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Symbols Of Our Celto Saxon Heritage

  • Symbols Of Our Celto-Saxon Heritage by W.H. Bennett
  • Symbols Of Our Celto-Saxon Heritage pages 44 and 45
  • Symbols Of Our Celto-Saxon Heritage pages 52 and 53
  • Symbols Of Our Celto-Saxon Heritage pages 120 and 121
  • Symbols Of Our Celto-Saxon Heritage pages 96 and 97
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3003
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Product Description

Symbols Of Our Celto-Saxon Heritage

A book on Biblical heraldry, profusely illustrated in color and black and white. Hardcover 6 x 9.25 inches, 210 pages.


     A beautifully illustrated book on European heraldry, showing that many of the primary emblems of this people have their origin in the ancient Hebrew tribes. An in-depth look is made into Hebrew heritage itself, and particularly the emblems of each of the twelve tribes of Israel, showing their primary and secondary symbols. A striking correlation is then made with various nations and tribes today whose ancient heraldry matches precisely that of the Israelites. The author shows that this is not by coincidence, for heraldry is an ancient system of identification. This book by historian W.H. Bennett is profusely illustrated throughout with over 230 maps, charts, and original drawings, most in full colour. First published in 1976, it is now well into its third printing, and is still the best study on this subject available today!

       This fascinating book contains a total of 232 illustrations—most in full color—of European heraldry and its connection with the twelve tribes of the Biblical Israelites. Although the book’s main focus is on Celto-Saxon heraldic symbols, it covers a broad section of the nations of Europe. The author, Mr. W.H. Bennett, made this a lifetime of study involving countless hours of research involving towns, counties, boroughs, and nations all across Europe from Iceland to Lithuania. The result is a beautiful and informational guide showing a Biblical origin for many of those tribes who entered Europe from Asia and the Mideast in the early Christian centuries.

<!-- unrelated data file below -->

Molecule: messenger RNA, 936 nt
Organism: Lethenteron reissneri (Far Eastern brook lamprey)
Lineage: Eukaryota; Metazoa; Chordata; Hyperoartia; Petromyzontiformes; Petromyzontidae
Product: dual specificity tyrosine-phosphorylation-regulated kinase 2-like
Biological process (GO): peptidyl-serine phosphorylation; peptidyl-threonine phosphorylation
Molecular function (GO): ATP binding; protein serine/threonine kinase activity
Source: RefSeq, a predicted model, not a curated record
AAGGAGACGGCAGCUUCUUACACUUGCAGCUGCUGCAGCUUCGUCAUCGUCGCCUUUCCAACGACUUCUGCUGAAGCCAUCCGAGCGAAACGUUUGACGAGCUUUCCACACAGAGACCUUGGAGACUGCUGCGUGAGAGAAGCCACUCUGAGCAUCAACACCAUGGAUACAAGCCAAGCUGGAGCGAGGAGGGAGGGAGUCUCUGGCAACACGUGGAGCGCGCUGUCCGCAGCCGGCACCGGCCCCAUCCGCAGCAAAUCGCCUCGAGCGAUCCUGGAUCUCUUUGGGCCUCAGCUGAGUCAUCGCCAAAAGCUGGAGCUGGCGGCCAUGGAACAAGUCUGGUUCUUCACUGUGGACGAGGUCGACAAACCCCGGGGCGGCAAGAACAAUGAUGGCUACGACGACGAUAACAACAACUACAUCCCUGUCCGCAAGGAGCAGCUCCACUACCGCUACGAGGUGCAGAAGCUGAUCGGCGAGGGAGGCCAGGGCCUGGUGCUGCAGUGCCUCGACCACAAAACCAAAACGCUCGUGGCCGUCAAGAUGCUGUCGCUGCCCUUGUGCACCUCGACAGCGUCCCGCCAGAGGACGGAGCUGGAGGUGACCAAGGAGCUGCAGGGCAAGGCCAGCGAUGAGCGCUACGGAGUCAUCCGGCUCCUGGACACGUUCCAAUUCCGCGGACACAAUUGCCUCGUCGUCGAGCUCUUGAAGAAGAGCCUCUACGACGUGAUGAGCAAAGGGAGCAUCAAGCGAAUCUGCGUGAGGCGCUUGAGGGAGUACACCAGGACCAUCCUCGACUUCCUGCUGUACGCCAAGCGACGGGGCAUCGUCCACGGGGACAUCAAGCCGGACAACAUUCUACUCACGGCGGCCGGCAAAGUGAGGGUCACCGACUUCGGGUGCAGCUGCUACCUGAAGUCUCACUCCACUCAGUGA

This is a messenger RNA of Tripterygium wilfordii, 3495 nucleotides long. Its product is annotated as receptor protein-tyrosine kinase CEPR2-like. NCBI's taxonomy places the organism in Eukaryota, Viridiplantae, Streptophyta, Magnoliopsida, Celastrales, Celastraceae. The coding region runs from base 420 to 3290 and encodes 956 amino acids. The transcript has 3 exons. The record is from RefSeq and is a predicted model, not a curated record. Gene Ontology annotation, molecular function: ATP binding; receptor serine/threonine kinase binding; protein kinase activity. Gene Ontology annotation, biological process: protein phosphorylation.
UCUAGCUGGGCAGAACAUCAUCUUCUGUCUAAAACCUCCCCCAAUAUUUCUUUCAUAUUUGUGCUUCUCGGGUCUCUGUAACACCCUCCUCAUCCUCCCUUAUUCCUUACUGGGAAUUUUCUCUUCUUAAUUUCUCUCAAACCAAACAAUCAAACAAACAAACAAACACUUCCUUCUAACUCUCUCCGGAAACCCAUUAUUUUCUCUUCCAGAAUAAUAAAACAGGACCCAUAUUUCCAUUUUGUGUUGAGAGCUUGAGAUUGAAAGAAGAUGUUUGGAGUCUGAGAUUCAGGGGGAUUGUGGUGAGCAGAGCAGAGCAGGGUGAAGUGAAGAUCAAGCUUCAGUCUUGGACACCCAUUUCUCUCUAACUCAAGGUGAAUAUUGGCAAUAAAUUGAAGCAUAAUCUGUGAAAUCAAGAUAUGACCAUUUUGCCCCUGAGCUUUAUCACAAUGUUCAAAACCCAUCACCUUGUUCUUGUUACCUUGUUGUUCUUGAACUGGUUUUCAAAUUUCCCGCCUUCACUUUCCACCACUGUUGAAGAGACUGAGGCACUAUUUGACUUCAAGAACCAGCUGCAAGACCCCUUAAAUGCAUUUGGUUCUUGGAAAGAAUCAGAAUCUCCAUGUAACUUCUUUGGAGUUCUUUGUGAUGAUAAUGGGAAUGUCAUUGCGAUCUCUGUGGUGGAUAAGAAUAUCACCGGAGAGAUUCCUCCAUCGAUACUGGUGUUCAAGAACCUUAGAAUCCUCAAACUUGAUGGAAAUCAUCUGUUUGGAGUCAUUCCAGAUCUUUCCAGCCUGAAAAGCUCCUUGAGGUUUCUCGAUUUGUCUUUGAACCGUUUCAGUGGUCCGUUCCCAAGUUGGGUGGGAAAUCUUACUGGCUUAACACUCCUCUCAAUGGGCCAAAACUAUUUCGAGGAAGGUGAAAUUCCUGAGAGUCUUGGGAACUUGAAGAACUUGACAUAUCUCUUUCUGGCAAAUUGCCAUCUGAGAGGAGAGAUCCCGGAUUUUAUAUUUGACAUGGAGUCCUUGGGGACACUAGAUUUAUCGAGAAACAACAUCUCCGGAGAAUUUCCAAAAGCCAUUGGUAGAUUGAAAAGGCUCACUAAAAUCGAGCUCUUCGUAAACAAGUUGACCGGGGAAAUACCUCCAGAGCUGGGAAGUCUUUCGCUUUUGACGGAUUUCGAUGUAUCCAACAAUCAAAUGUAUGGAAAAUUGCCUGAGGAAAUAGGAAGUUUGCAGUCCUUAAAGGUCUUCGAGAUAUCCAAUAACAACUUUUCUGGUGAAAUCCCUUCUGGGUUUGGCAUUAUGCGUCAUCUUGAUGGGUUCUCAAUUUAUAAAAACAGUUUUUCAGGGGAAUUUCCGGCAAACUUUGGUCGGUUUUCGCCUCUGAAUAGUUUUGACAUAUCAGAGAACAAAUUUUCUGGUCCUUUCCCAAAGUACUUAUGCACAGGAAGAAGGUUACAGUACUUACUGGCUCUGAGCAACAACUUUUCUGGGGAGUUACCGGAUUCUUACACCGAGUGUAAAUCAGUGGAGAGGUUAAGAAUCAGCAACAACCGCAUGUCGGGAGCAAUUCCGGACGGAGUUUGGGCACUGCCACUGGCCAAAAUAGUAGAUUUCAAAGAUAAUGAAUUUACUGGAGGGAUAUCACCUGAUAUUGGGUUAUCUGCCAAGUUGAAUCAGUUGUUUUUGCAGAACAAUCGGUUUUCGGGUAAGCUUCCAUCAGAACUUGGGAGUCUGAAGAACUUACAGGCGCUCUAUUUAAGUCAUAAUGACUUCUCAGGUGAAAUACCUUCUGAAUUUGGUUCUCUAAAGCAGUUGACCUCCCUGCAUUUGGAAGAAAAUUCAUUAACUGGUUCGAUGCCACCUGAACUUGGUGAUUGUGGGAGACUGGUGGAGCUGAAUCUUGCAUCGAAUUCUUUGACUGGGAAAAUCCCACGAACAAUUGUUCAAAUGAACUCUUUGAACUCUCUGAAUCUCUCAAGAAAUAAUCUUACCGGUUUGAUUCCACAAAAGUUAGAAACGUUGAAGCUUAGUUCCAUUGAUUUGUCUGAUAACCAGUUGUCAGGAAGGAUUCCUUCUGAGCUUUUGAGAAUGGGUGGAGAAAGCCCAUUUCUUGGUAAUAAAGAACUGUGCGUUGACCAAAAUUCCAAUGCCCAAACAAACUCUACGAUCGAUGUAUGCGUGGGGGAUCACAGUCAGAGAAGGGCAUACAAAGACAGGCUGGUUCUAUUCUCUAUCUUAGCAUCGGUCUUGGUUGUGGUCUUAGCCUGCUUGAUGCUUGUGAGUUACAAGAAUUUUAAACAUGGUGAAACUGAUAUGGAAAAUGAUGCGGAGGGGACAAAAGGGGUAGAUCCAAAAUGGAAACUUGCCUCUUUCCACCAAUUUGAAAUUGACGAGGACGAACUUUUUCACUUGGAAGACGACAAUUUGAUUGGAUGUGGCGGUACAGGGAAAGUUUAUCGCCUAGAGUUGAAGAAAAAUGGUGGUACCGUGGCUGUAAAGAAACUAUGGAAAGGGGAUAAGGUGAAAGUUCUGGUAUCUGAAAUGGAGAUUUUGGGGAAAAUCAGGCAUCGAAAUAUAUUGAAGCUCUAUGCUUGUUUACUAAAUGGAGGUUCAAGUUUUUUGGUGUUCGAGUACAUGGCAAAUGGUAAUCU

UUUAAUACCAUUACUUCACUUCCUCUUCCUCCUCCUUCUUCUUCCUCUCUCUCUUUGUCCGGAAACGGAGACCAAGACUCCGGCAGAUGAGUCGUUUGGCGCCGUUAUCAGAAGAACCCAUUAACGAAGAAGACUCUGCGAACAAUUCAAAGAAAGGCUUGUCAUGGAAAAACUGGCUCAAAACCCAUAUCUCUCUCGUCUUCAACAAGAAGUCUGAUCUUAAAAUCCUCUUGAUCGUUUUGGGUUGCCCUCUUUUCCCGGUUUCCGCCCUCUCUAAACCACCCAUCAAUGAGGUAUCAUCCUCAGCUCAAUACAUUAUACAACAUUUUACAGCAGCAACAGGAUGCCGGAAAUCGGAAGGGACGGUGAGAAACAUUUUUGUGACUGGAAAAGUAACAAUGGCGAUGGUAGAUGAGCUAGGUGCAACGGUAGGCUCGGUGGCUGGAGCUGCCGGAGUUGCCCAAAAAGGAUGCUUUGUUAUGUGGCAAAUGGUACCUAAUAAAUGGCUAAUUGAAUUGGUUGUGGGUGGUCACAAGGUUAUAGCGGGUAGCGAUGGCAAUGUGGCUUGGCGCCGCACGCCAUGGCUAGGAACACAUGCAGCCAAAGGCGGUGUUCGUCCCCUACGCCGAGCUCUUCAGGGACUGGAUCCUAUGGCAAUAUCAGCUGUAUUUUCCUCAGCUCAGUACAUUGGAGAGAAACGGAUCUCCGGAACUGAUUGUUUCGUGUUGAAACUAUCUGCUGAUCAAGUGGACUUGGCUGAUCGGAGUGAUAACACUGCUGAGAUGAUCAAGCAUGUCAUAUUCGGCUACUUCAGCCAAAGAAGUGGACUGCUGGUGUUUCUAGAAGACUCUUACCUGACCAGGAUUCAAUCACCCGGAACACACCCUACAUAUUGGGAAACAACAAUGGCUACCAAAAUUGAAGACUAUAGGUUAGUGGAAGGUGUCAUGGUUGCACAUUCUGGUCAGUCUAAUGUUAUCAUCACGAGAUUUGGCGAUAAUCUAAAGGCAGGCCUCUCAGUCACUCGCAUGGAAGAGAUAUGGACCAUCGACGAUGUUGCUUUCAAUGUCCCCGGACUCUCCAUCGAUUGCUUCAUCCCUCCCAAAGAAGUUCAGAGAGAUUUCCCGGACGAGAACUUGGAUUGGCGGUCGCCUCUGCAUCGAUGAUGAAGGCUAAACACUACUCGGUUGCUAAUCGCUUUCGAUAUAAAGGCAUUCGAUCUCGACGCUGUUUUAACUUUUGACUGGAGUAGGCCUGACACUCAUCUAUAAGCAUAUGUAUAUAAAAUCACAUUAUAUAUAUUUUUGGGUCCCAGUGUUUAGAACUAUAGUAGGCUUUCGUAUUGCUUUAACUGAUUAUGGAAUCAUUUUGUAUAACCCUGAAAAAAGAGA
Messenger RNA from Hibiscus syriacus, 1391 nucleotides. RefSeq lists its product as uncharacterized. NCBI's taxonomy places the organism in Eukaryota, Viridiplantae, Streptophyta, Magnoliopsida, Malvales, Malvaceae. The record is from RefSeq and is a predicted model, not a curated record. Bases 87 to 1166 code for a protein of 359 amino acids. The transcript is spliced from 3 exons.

Heraldry is an important statement of family history. In past centuries, even families who could not read identified themselves and their forebears by heraldic emblems. In fact, an excellent summary statement for this book is the author’s affirmation of “heraldry…as a key to history.”

       The author asks, “Did you ever wonder where nations get their emblems and coats-of-arms, why the Lion and the Unicorn hold such a prominent place in British heraldry and why the Lion in the Royal Arms has a Crown and the Unicorn has not? Did you know the origin and significance of the Irish Harp, the Red Lion of Scotland, the Red Hand of Ulster, the Arms of Westminster and the Twelve Jewels on the Crown of St. Edward?

       “And what of the emblems of the United States? Who first used the Eagle, the Olive Branch, a Cloud and a number of Arrows as emblems; and what is the significance of the Sun, the Moon and the thirteen Stars on the Great Seal and on the President’s Flag?

       “Then there are the ancient emblems of the Netherlands. Why do they also have the Lion and in some provinces the Unicorn, as well as a Ship with a Lion at the helm? What is the origin of the Man in the heraldry of Greece, Denmark, Iceland, the Netherlands and some of the Scottish clans? From whence came the White Horse of Lithuania and Westphalia, and the Lions of Norway, Sweden, Denmark, Finland, Belgium and Luxembourg?

       “Are you aware that these and many other emblems of Britain, the United States and the other Celto-Saxon nations are identical with the tribal, national and royal emblems of ancient Israel? …Why then do we use the emblems and symbols of this ancient and long-lost people, and how did they come to us?”